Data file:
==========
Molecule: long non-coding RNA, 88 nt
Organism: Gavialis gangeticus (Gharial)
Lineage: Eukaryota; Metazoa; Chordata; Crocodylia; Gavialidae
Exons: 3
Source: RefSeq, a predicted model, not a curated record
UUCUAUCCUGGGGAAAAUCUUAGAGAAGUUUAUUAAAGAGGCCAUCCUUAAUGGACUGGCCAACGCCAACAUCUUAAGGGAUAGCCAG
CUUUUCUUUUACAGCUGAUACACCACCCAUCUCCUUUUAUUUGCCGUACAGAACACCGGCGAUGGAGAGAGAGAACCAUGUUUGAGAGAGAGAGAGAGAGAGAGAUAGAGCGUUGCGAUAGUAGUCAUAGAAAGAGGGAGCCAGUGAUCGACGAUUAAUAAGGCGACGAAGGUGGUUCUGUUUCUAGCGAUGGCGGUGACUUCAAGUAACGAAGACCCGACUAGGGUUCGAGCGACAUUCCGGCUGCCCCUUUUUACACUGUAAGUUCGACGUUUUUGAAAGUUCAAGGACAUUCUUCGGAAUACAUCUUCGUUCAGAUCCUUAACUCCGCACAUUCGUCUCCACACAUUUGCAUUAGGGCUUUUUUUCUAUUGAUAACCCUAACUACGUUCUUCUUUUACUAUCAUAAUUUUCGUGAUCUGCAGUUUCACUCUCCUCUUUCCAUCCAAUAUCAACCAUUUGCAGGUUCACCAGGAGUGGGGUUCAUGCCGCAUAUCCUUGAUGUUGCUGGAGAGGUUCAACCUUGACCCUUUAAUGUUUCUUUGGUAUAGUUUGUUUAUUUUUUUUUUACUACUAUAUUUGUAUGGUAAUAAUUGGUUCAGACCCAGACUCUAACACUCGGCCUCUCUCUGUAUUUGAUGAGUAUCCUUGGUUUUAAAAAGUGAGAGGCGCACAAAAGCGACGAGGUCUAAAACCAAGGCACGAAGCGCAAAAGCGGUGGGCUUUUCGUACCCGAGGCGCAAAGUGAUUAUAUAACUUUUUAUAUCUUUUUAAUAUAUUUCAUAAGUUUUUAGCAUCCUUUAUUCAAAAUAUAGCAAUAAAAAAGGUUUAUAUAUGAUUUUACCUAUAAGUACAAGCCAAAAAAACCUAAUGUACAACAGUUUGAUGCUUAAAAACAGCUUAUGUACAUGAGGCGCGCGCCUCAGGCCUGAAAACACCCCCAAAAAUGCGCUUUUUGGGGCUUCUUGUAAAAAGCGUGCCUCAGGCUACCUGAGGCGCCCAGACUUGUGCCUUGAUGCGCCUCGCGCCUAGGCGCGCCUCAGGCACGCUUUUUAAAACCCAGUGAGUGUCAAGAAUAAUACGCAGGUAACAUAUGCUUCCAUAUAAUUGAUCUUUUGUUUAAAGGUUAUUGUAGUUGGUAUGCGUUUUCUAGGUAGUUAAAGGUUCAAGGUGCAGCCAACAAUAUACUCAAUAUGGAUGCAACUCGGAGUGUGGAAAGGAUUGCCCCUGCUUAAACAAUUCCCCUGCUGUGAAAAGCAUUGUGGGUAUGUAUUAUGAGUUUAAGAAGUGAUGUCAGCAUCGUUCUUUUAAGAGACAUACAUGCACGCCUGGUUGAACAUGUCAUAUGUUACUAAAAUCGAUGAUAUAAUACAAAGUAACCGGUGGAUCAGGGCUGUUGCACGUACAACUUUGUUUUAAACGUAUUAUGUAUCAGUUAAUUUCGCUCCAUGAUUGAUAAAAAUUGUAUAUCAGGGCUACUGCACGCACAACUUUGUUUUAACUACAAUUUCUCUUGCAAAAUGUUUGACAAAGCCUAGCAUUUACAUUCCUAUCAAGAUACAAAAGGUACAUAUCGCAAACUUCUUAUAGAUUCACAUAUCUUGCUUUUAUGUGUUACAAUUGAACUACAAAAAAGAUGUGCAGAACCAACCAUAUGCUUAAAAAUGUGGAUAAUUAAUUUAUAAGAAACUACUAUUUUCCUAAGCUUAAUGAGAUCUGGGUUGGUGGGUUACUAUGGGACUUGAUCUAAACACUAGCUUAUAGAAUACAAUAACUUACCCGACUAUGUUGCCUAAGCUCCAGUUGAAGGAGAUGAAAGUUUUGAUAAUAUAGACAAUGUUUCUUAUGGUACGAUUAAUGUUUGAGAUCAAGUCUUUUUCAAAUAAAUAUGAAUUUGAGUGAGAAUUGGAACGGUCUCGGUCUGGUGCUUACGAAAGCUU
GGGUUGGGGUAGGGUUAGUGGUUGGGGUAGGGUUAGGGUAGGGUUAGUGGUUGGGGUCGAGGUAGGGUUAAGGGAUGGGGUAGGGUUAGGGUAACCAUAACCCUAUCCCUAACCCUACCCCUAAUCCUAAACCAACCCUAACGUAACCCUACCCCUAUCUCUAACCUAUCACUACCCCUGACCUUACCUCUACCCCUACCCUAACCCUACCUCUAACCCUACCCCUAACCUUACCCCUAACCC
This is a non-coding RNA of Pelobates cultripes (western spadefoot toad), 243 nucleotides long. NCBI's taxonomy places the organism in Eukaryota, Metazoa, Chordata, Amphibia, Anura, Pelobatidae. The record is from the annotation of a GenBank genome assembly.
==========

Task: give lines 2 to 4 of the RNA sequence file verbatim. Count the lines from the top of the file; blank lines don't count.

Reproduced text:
Organism: Gavialis gangeticus (Gharial)
Lineage: Eukaryota; Metazoa; Chordata; Crocodylia; Gavialidae
Exons: 3